More than ever, we need accurate information about what is happening there - and more than ever, accurate information is in scarce supply.


  • Comment number 1.

    Damascus is under huge pressure to surrender to AMERICAN edicts as well as EU. Syrian Regime change or voluntary subordination: one or other is what west wants. This includes subordinating Syrian foreign policy & breaking link between Syria & Iran.
    The riots in Syria, however, are complex. They cannot be viewed as a straightforward quest for liberty and democracy. There has been an attempt by the US & E.U. to use these riots to pressure & intimidate the Syrian leadership. Saudi Arabia, Israel, Jordan, & March 14 Alliance have all played their role in supporting an armed insurrection.
    The Al-Sauds have drowned out authentic calls for democratic reform & marginalized democratic elements in the Syrian opposition. There are elements of Salafist extremists, like Fatah Al-Islam & new extremist political movements being organized in Egypt. They are also rallying cries against the Alawites, the Druze, and Syrian Christians.

  • Comment number 2.

    Money & weapons have been funnelled to elements of the Syrian opposition by the US, the EU, the March 14 Alliance, Jordan, and Khalijis. Weapons caches are smuggled from Jordan & Lebanon into Syria.
    The events in Syria are also tied to Iran. Remember Senator Lieberman demanding Obama Administration & NATO attack Syria & Iran - like Libya. I think a new, broader offensive is being developed against Syria & Iran.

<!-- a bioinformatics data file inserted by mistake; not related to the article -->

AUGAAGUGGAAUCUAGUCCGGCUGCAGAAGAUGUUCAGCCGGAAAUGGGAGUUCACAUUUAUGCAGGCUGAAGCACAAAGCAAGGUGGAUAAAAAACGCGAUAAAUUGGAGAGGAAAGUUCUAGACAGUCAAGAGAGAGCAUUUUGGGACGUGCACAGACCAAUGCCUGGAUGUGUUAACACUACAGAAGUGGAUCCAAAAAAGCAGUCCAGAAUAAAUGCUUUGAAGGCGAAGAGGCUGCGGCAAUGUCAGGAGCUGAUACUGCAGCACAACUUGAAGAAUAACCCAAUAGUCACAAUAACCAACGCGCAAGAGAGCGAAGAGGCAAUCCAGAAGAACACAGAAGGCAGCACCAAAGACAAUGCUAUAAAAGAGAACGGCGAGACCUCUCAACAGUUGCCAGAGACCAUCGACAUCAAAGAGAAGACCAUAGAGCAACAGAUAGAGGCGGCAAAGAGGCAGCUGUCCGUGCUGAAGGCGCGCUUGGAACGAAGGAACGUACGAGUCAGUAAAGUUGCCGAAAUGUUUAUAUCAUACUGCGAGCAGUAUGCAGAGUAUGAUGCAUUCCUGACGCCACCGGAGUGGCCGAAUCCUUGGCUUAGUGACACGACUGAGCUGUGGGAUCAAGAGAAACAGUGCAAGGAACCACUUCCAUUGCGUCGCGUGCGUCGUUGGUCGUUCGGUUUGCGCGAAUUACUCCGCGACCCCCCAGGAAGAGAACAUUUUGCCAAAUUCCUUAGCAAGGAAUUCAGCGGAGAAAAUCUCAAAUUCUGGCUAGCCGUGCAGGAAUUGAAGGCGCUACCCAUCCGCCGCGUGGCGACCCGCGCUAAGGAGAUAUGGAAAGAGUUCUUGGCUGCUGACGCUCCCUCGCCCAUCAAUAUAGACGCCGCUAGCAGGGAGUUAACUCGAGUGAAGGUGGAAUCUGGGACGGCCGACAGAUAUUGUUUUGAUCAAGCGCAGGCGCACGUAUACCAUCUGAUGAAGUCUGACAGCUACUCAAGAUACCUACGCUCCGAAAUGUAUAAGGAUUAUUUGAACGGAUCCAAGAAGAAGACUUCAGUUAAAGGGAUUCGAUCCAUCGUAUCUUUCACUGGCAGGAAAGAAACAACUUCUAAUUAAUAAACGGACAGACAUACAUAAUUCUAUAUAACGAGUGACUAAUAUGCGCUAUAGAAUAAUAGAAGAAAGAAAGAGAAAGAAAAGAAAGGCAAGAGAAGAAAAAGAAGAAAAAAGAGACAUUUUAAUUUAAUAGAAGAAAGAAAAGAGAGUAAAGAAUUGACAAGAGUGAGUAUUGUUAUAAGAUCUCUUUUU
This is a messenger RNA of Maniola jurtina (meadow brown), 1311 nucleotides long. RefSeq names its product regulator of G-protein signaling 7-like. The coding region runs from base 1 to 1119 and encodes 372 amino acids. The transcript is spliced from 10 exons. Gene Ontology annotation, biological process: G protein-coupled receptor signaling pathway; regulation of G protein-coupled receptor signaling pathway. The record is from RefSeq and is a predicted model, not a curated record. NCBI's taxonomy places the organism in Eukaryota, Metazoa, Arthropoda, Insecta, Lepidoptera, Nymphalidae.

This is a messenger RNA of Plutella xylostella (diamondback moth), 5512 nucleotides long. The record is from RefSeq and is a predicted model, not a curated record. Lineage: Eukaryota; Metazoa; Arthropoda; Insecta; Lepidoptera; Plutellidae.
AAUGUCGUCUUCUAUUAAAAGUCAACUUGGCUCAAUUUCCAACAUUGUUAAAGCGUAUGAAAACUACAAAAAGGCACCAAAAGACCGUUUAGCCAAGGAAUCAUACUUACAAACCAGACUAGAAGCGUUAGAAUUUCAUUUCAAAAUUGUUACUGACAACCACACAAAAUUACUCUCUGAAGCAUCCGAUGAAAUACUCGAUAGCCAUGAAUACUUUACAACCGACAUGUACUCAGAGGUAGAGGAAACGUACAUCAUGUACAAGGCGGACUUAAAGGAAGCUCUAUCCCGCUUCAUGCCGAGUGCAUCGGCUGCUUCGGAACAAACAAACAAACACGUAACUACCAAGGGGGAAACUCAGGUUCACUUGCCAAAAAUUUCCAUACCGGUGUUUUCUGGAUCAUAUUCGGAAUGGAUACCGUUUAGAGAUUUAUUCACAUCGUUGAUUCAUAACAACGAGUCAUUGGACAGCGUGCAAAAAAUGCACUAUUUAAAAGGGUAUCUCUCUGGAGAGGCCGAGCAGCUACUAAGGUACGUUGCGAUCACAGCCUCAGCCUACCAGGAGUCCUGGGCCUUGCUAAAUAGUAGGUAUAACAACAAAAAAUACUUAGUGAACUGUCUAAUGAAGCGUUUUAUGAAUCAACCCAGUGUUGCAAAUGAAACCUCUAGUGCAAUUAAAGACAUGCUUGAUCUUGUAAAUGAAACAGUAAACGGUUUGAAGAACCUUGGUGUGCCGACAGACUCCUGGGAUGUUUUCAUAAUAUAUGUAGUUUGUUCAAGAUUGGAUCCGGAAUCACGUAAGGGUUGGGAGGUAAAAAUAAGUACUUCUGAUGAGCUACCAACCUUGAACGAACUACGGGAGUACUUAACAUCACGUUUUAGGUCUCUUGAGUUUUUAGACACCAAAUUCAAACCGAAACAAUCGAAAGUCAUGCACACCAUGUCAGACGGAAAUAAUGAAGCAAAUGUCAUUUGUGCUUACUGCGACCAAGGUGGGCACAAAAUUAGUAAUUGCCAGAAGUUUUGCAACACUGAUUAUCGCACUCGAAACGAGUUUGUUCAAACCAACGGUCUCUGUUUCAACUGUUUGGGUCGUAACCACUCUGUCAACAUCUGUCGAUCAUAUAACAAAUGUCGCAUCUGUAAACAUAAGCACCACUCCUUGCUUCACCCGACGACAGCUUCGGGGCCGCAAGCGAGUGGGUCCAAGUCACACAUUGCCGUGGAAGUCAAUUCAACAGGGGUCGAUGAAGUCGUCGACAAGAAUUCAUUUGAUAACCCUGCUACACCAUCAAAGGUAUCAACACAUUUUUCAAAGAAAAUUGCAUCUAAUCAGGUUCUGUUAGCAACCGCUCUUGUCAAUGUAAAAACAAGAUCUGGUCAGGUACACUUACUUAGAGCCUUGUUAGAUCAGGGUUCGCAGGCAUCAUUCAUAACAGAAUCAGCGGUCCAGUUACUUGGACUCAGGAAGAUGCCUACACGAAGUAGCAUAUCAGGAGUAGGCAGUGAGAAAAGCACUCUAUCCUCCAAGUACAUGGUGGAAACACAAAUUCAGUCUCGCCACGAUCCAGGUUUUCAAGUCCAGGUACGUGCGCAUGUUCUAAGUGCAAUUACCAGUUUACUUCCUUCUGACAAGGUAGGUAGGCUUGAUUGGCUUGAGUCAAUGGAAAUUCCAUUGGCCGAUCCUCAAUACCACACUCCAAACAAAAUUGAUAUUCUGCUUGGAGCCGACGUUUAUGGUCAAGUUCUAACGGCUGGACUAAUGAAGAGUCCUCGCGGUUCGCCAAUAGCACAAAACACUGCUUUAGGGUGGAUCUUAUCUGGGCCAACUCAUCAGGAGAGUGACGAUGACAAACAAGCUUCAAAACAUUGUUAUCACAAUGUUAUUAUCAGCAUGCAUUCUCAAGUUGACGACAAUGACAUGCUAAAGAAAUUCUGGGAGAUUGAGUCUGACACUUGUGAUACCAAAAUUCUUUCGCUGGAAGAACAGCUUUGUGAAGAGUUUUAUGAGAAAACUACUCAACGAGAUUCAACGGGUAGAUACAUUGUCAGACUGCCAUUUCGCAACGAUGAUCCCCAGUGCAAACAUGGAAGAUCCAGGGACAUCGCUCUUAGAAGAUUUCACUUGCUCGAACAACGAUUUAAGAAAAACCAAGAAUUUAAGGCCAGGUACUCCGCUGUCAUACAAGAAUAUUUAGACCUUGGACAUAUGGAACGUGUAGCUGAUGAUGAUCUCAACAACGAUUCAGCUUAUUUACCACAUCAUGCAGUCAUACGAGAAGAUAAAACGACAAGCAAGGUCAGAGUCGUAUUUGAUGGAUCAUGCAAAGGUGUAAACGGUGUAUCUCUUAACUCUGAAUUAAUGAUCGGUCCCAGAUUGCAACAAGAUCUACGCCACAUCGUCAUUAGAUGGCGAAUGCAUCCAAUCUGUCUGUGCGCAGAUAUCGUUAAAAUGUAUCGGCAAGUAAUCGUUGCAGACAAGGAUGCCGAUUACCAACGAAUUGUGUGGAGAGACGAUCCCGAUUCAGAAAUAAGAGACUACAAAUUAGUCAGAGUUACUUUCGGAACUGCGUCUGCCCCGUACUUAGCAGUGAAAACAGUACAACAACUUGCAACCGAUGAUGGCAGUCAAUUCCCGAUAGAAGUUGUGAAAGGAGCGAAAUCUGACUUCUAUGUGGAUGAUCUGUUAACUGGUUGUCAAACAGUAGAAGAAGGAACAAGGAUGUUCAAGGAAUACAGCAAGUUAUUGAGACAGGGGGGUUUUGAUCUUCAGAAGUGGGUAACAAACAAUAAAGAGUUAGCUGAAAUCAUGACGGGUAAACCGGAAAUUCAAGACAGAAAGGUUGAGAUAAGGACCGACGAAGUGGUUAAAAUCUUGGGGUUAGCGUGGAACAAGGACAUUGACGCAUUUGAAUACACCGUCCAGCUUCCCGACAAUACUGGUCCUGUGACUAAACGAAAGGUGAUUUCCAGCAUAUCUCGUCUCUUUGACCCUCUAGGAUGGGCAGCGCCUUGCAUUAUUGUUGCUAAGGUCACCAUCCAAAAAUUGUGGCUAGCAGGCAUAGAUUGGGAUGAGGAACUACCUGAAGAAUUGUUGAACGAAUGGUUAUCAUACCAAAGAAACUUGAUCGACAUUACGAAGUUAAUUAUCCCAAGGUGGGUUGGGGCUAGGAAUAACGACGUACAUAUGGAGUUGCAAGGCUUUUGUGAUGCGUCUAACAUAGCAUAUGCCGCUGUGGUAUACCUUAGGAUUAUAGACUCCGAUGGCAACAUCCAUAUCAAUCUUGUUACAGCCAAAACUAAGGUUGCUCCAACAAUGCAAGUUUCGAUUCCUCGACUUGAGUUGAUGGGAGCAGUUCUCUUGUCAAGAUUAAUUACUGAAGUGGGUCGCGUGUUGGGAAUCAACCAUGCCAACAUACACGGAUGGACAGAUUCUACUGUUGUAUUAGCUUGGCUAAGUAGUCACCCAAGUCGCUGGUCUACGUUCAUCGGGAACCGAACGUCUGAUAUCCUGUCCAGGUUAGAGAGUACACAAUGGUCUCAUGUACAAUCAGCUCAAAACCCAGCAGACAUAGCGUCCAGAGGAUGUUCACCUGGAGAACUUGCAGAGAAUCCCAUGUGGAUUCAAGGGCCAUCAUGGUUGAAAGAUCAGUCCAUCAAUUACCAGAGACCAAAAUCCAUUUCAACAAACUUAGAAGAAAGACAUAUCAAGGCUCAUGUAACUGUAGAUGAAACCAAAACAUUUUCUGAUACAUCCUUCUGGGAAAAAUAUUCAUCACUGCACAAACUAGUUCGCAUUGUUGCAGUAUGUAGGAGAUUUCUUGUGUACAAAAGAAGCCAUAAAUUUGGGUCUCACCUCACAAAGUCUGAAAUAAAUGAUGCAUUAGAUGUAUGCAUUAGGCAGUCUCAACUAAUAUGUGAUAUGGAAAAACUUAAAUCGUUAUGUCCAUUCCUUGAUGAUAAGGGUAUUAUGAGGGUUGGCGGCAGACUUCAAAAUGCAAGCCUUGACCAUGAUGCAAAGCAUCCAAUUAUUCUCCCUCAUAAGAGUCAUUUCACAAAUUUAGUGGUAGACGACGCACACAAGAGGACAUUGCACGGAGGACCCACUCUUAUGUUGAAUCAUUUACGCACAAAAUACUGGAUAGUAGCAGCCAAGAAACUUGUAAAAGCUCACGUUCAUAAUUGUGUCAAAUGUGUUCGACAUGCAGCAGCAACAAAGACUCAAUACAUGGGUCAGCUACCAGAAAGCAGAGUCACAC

Syria has important energy corridors.
    1. Turkey & Caspian to Israel & Red Sea &
    2. Iraq to the Mediterranean.
    Control of these as well as gas fields off the Lebanese & Syrian coastline would prevent Chinese access. Aside from the Baku-Tbilisi-Ceyhan (BTC) Pipeline, the Levantine natural gas fields is reason Kremlin created military foothold in Syria. Moreover, Iran has agreed to explore and help develop these natural gas fields off the Levantine coast for Beirut & Damascus.

  • Comment number 3.

    The United States has expanded its contacts with Syrians who are counting on a regime change in Syria. This was stated by US State Department Official Victoria Nuland: "We started to expand contacts with the Syrians, those who are calling for change, both inside and outside the country."
    Nuland also repeated that Barack Obama had previously called on Syrian President Bashar Assad to initiate reforms or to step down from power.
    Sounds like another Libya...

  • Comment number 4.

    Libya & Syria are the only 2 Mediterranean countries as well as sole remaining Arab states that are not subordinated to US & NATO designs for control of the Mediterranean Sea Basin & Middle East. Nor have Libya or Syria participated in NATO's almost ten-year-old "Operation Active Endeavor" naval patrols & exercises in the Mediterranean Sea. Neither is a member of NATO's Mediterranean Dialogue military partnership which includes most regional countries: Israel, Jordan, Egypt, Tunisia, Algeria, Morocco and Mauritania.
    To the major upset of US imperialism, Libya’s Gaddafi also refused to join the U.S. Africa Command (AFRICOM), which Gaddafi saw as a vehicle to open Africna Gates to African resources, safeguard western trade & investment markets. When the US formed AFRICOM in 2007, some 49 countries signed on. But one country refused: Libya. Gaddafi must go!

  • Comment number 5.




BBC © 2014 The BBC is not responsible for the content of external sites. Read more.

This page is best viewed in an up-to-date web browser with style sheets (CSS) enabled. While you will be able to view the content of this page in your current browser, you will not be able to get the full visual experience. Please consider upgrading your browser software or enabling style sheets (CSS) if you are able to do so.